So, Nehemiah was told to come down from the cross four times. And Matthew tells us that Jesus was told four times to come down from the cross by:

  1. those who passed by
  2. the chief priests
  3. the scribes and elders
  4. the robbers who were crucified with Jesus

“In it was written, ‘It is reported among the nations, and Geshem also says it, that you and the Jews intend to rebel; that is why you are building the wall. And according to these reports you wish to become their king. And you have also set up prophets to proclaim concerning you in Jerusalem, ‘There is a king in Judah.’ And now the king will hear of these reports. So now come and let us take counsel together.’ Then I sent to him, saying, ‘No such things as you say have been done, for you are inventing them out of your own mind.'” – Nehemiah 6:6-8

This reminds of the conversation Jesus had with Pilate.

John 18:33-37 says, “So Pilate entered his headquarters again and called Jesus and said to him, ‘Are you the King of the Jews?’ Jesus answered, ‘Do you say this of your own accord, or did others say it to you about me?’ Pilate answered, ‘Am I a Jew? You own nation and the chief priests have delivered you over to me. What have you done?’ Jesus answered, ‘My kingdom is not of this world. If my kingdom were of this world, my servants would have been fighting, that I might not be delivered over to the Jews. But my kingdom is not from the world.’ Then Pilate said to him, ‘So you are a king?’ Jesus answered, ‘You say that I am a king. For this purpose I was born and for this purpose I have come into the world – to bear witness to the truth. Everyone who is of the truth listens to my voice.'”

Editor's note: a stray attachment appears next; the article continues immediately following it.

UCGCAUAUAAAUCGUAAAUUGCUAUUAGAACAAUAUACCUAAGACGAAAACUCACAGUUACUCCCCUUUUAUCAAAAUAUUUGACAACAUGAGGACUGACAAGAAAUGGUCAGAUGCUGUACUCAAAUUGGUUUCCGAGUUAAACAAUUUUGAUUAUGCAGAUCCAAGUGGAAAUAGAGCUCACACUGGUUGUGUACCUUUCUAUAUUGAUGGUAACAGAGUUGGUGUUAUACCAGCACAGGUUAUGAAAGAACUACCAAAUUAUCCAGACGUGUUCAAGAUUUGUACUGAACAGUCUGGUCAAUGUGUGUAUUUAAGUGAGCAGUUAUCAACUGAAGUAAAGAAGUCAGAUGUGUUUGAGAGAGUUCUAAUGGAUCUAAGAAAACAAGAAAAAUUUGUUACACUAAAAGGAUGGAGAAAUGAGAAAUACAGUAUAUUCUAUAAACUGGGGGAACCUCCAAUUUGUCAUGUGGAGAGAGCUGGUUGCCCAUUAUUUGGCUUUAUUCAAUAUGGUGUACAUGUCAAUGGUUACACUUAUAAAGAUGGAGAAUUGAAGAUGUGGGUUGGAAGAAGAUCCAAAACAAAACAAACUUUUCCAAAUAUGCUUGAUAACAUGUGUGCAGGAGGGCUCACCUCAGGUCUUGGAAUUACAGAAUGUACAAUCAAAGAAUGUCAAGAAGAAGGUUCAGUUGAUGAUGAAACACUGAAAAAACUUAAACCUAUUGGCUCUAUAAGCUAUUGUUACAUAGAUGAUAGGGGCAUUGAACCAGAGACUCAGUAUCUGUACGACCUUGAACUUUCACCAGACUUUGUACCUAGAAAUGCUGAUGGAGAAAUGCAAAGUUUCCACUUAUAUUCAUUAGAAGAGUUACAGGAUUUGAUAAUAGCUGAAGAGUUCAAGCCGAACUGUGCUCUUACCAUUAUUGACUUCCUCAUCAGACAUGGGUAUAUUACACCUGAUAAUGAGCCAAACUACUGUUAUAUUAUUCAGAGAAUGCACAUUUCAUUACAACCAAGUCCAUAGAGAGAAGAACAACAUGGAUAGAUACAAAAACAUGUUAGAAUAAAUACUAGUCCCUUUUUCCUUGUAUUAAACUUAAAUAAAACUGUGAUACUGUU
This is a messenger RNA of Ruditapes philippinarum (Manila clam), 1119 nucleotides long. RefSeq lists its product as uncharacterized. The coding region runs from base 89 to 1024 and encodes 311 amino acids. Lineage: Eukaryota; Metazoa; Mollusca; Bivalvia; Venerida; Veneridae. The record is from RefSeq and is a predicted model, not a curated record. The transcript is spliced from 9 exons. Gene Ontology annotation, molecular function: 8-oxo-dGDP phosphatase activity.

Jesus’ conversation with Pilate is similar to Nehemiah, even to the point that Pilate says “I am not a Jew” and Geshem was not a Jew but an Arab.


“For they all wanted to frighten us, thinking, ‘Their hands will drop from the work, and it not be done.’ But now, O God, strengthen my hands.” – Nehemiah 6:9

Jesus’ persecutors thought if they could taunt him  and frighten him enough his hands would weaken and he would come down from the cross. But, Luke 23:46 says, “Then Jesus, calling out with a loud voice, said, ‘Father into your hands I commit my spirit!”